News: Guest Posts
A Womb with A View
If you think Chihuahua puppies are cute, check out their embryos.

The folks over at National Geographic Channel have cooked up a Fantastic Voyage into the wombs of a Chihuahua, a Neapolitan Mastiff, a Golden Retriever, and a wolf. The one-hour birds-and-bees-of-dogs lesson is chock-full of facts about the influence of evolution and selective breeding on the enormous variety among dogs. But that information feels like an excuse for incredible imagery, including 4-D ultrasound movies of puppy embryos panting and running in the womb. You read that right.

One detail of dog gestation that did stick in my head—and seemed like the perfect metaphor for a scary mother poem or a sci fi film—is the fact that dogs and wolves can reabsorb embryos about half-way to term. It’s a stress response that allows them to reduce the size of a litter to better ensure the futures of surviving puppies.

 

“In the Womb: Dogs” airs on Sunday, January 4 (2009) at 8 p.m. on the National Geographic Channel. (Sneak a peak below.) The in utero journeys of a house cat and a lion follow at 9 p.m.

 

 

 

 

 

 

 

 

 

 

 

 

News: Guest Posts
Long-Term Impacts of Giving Up A Dog?
Research shows it may lead children to approach relationships as if they were less valuable.

Don't you love stories that catalog the health advantages (based on research, of course) of living with dogs? The list includes lowered blood pressure, better recovery from heart attack, less stress, less depression, lowered cholesterol and on and on. Kids with dogs develop greater empathy and are apparently more popular with peers! But a recent story in The Edmonton Journal pointed out something else about having dogs in a family with children.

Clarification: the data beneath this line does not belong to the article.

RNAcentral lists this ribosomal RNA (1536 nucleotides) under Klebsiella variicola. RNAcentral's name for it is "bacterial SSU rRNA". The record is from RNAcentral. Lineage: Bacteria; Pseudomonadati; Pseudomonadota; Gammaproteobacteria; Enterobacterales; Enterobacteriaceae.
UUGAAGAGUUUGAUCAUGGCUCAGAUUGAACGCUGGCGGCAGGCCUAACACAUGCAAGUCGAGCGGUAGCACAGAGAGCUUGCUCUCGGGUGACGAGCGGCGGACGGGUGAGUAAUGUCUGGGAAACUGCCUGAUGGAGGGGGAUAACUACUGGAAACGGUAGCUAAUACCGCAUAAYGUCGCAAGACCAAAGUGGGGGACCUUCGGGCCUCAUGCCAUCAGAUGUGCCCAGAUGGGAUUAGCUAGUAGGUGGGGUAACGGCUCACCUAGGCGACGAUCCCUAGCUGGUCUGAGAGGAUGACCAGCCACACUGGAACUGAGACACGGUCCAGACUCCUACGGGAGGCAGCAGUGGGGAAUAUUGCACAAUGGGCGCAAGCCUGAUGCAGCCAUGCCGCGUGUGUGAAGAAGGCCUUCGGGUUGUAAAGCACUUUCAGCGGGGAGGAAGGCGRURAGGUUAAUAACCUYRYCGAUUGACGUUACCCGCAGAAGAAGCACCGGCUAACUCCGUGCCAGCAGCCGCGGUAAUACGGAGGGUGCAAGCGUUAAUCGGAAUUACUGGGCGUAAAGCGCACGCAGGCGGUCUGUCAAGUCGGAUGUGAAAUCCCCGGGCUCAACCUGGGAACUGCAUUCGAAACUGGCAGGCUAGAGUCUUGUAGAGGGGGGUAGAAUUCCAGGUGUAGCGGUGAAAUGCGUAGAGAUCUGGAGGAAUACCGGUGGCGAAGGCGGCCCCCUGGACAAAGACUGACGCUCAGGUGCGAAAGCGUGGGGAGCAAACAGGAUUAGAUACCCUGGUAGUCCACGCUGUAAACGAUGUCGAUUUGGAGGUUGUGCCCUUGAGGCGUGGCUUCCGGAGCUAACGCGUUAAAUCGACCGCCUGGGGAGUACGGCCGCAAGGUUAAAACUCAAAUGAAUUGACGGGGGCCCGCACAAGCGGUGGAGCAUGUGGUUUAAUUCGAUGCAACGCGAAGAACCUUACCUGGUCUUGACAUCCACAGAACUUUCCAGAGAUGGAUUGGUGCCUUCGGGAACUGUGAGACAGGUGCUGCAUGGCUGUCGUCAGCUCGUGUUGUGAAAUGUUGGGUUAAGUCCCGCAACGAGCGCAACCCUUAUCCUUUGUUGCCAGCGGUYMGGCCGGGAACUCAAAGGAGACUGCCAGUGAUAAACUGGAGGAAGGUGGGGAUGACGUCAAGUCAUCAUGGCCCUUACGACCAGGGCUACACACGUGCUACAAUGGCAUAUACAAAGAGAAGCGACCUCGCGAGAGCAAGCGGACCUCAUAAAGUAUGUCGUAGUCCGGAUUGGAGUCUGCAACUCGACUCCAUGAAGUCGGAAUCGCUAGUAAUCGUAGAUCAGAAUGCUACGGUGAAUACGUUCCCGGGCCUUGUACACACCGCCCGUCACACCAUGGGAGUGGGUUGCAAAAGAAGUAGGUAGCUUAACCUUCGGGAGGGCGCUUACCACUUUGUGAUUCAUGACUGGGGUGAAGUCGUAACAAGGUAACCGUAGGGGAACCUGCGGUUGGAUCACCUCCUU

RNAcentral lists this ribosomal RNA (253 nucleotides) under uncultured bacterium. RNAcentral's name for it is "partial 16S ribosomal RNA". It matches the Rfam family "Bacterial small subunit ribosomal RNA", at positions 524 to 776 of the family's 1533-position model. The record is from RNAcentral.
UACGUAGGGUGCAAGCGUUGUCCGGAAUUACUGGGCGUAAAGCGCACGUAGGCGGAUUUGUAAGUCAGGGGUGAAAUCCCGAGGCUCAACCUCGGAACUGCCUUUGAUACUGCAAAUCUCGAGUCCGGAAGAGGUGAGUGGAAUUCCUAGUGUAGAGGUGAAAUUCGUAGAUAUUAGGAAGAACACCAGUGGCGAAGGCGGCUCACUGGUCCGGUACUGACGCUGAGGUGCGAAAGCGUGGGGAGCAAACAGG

“Children who have grown up in families that gave up their pets tend to approach relationships as if they were less permanent and less valuable.” I haven’t seen the research, but this is something I’ve wondered about, especially because my dog, Lulu, was given up at three-years-old by a family with a young son. I’ve often wondered how he felt about the decision and if it might have a lasting impact.

 

News: Guest Posts
Good News Out of Bad Newz
Sports Illustrated trades swimsuits for collars with a story on Vick pit bull rescue.

I was thrilled to see the heart-stopping mug of a velvety pit bull named Jasmine on the cover of the latest Sports Illustrated. Beats the heck out of girls in bikinis. In the story, Jim Gorant checks in on the fate of a few of the 47—out of 51—ill-starred dogs rescued from Michael Vick’s dog-fighting compound. (Check out Bark's earlier story on the rescued pups.) Here’s a thought from Donna Reynolds, the executive director and cofounder of Bad Rap, to take from this bad experience into the new year. “Vick showed the worst of us, our bloodlust, but this rescue showed the best.”
 

News: Guest Posts
Have A Very Doggy Holiday

What is it that happens to dogs in the snow? From most reports, they become maniacs in the white stuff. So despite all the hassles and dangers of our recent winter weather, I'm thrilled by the idea of dogs all over the country romping in muzzle-deep snow this holiday. As always, our pups are a reminder to get out and have fun, to smell the tree trunks or just careen around in snow. If you're one of the unlucky folk who live below the snow-belt, check out the video below to get your snow-dog fix. Have a fabulous, frolic-filled holiday with your buddies.